The opening scene unfolds and moviegoers can be forgiven for thinking they’re watching Twilight. Catherine Hardwicke, the director of Twilight and now Red Riding Hood, seems to favour the sweeping aerial view of pine trees in godforsaken areas.
And if you thought the Twilight movies are campy, you’re about to be introduced to the new winner of absurdity and boredom.
Red Riding Hood is supposed to be an adult version of the fairytale but it’s more like a Twilight-gone-horribly-wrong movie. The story is loosely based on the children’s fairytale: Valerie (Amanda Seyfried) must figure out which one of the villagers turns into a werewolf every full moon and gobbles up their compatriots. There’s also a spineless love triangle thrown in for good measure. Valerie is in love with the woodcutter Peter (Shiloh Fernandez) even though her parents have arranged for her to marry rich Henry (Max Irons). Solomon (Gary Oldman) arrives at the village to help them find and kill the werewolf with a dark history of his own. Will he be able to rid the village of the big, bad wolf? Does the werewolf chomp the three lead characters and satisfy our hopes? Will the red cloak Valerie wears manage to ever stay the same length each time we see it? Can we ever recover from seeing some of the most awkward and painful-to-watch love scenes?
The actors are wasted in this movie. Amanda Seyfried feels bland. The two male actors Fernandez and Irons take turns to brood and vie for her attention but couldn’t have been more boring than if they tried. Gary Oldman and Julie Christie (who played Valerie’s grandmother) were the saving grace; they did the best under the circumstances. Normally you’d think Billy Burke (Valerie’s father) would shine but he seemed absolutely zoned out. The other characters are suitably corny and add to the cheesy value of the movie.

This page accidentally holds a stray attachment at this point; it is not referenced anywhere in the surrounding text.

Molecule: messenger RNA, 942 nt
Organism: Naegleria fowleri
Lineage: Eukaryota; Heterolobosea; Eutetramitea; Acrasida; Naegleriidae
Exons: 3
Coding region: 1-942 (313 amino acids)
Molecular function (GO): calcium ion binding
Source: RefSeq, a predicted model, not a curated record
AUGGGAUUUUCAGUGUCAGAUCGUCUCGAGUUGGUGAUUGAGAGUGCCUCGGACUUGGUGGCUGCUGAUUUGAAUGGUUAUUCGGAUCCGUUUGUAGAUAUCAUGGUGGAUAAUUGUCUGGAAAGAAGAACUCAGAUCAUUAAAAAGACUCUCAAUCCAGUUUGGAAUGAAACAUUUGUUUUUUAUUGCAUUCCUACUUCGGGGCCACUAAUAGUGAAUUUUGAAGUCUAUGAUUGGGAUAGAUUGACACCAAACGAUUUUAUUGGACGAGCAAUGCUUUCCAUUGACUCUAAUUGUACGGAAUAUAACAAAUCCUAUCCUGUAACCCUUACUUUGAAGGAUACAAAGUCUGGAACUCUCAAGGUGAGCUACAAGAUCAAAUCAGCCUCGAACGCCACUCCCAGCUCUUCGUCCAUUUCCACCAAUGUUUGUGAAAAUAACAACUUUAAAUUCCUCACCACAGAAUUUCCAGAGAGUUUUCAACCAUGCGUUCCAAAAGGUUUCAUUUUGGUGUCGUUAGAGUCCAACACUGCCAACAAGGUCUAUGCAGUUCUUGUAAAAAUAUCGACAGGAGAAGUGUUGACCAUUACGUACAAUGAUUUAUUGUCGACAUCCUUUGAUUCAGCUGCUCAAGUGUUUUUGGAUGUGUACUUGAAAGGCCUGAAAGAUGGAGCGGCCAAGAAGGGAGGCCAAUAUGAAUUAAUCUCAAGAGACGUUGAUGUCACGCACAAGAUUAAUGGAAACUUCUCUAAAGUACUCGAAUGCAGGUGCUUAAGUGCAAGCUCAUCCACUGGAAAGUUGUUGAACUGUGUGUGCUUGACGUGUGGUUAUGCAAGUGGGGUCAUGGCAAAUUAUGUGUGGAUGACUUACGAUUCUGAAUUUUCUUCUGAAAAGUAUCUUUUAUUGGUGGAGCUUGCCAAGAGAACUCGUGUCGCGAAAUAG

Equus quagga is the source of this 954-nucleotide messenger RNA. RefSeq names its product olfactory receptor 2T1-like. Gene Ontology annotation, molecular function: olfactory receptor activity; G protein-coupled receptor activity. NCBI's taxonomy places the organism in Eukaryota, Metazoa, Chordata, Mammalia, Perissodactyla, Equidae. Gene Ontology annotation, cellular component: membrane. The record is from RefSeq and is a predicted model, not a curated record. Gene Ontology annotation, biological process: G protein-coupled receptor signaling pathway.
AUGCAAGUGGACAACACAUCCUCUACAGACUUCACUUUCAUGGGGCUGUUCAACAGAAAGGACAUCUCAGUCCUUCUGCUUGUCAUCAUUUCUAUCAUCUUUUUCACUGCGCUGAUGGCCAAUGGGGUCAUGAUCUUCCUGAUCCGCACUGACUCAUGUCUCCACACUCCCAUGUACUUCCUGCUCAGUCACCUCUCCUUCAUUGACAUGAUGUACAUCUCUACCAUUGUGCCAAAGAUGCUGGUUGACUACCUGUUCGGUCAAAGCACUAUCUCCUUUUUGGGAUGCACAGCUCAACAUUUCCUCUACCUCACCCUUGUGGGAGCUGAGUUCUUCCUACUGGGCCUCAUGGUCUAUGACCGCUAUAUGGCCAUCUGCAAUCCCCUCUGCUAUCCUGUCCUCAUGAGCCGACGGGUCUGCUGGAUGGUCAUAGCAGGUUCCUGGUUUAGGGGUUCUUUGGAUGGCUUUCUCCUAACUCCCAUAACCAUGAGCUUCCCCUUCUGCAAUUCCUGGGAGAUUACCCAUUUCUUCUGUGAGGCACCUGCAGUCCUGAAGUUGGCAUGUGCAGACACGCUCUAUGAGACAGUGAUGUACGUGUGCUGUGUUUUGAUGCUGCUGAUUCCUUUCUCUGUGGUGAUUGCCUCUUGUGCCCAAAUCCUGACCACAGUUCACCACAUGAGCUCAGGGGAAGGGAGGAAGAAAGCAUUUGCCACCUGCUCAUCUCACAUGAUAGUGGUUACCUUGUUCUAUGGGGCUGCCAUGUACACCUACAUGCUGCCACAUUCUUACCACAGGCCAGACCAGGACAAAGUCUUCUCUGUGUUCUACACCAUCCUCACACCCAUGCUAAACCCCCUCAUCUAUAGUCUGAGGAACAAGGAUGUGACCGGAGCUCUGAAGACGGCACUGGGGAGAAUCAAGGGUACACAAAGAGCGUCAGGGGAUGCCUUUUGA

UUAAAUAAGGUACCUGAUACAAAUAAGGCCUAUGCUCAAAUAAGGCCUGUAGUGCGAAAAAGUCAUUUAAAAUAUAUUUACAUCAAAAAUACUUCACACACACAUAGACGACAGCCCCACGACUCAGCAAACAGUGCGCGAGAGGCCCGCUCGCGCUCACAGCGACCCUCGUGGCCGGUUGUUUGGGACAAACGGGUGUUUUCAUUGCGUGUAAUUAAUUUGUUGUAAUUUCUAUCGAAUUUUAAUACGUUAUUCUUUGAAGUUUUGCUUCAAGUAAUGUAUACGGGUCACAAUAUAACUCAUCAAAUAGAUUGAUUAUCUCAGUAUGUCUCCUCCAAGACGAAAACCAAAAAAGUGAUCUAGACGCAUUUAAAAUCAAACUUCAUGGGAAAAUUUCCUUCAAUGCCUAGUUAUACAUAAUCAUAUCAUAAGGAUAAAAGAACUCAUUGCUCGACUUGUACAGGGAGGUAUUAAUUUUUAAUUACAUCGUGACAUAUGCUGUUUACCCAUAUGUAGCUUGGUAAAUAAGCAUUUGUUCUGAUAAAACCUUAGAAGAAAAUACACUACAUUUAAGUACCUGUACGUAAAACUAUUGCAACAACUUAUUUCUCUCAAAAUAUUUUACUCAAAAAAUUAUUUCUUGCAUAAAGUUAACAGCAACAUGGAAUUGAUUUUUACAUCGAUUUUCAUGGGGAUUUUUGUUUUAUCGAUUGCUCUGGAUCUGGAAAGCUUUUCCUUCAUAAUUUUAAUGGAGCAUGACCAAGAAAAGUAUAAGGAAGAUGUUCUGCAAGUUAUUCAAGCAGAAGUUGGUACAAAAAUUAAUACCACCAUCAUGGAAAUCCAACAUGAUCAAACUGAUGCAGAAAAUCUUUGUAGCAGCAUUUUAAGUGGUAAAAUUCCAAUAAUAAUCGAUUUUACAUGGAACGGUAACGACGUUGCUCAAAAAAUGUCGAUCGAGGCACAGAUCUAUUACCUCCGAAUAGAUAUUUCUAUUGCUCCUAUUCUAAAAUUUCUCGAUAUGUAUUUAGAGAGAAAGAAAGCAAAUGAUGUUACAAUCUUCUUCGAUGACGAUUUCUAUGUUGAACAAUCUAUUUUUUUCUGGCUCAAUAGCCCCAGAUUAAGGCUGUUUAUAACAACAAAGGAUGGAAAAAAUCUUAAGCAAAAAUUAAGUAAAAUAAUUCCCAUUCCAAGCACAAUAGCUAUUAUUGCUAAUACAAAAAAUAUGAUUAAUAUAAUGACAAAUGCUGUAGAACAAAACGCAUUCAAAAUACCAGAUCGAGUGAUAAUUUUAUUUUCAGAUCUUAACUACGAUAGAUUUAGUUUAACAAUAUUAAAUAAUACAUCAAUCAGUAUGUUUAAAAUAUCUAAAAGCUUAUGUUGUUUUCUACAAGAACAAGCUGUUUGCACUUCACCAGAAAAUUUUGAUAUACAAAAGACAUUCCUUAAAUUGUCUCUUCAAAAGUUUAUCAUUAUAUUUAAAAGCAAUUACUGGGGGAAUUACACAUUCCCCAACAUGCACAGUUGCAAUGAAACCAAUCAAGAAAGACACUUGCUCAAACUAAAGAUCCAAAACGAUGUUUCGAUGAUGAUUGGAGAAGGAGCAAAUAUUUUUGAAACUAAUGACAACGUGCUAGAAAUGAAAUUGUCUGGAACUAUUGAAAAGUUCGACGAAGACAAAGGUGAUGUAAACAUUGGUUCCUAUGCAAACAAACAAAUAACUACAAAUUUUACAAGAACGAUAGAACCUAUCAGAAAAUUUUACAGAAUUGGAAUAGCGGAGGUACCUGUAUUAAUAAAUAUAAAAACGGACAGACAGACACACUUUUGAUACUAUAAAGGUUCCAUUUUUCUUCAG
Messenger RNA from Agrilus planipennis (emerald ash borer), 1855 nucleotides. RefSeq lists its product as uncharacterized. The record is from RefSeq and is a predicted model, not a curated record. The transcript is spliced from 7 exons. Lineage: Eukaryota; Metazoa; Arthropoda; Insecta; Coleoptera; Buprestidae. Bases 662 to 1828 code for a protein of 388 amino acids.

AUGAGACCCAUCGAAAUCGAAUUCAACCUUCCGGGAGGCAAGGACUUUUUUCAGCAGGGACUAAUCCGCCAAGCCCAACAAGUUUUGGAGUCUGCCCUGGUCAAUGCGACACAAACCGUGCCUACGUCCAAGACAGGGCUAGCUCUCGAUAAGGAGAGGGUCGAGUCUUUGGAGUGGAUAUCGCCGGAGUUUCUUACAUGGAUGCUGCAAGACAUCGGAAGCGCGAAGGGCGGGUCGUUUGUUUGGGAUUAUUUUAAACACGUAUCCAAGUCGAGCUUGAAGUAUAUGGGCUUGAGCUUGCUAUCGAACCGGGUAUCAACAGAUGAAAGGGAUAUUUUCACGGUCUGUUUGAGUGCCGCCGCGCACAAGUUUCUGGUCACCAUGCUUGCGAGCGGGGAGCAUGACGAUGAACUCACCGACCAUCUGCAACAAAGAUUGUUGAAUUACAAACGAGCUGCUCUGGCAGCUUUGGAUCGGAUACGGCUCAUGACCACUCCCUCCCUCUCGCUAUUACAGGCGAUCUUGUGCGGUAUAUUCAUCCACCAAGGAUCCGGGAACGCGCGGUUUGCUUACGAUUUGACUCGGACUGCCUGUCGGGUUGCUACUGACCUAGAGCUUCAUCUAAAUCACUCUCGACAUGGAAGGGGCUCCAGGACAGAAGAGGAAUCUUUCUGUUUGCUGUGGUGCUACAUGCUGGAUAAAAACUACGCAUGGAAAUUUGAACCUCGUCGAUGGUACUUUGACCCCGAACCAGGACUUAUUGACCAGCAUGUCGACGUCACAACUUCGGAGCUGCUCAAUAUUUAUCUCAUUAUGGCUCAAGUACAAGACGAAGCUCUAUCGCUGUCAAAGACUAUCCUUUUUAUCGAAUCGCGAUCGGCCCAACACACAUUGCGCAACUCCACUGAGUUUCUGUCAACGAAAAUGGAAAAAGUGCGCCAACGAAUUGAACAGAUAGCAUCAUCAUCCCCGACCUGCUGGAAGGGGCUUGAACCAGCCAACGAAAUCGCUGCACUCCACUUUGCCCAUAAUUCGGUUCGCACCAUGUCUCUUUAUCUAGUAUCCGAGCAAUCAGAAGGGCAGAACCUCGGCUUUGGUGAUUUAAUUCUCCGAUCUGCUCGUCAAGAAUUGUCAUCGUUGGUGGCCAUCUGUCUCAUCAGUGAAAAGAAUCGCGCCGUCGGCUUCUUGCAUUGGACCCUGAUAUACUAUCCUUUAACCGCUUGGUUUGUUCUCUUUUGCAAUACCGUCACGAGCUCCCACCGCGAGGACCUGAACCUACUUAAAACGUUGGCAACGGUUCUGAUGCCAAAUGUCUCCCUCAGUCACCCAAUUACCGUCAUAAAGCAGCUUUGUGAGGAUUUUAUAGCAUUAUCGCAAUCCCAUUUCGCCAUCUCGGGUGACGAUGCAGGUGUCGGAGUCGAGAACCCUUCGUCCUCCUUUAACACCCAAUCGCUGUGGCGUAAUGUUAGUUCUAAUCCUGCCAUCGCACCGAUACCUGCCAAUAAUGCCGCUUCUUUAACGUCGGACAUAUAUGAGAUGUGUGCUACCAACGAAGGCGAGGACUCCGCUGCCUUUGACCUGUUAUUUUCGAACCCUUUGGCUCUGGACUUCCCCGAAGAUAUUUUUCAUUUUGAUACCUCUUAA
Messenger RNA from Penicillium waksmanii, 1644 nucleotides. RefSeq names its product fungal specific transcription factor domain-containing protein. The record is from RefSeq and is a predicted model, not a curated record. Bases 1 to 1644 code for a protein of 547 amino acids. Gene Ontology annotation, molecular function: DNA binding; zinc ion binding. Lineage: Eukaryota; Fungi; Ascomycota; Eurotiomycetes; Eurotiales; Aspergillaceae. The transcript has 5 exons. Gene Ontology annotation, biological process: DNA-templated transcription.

The ending was just jaw-dropping, but in a way that made me turn to my friend and ask, “What on earth just happened? That doesn’t even make sense!” After seeing many movies adapted from books, I’ve learned not to expect the movie to stay true to the original storyline. And Red Riding Hood was marketed from the beginning as an adult version of the Brothers Grimm original. But the last few scenes were so weird that many would probably question what the writers were thinking.
Catherine Hardwicke is no doubt very visual when she directs with sweeping scenes, beautiful landscapes and zoomed out gushing views. But looks aren’t everything. Watching the movie makes you want to laugh through various scenes. For example, there’s an unintentionally hilarious and cringe-worthy fuzzy dream sequence between Seyfried and Christie featuring the well-known lines of “what big teeth you have” and more.
All the better to make us cringe, my dears.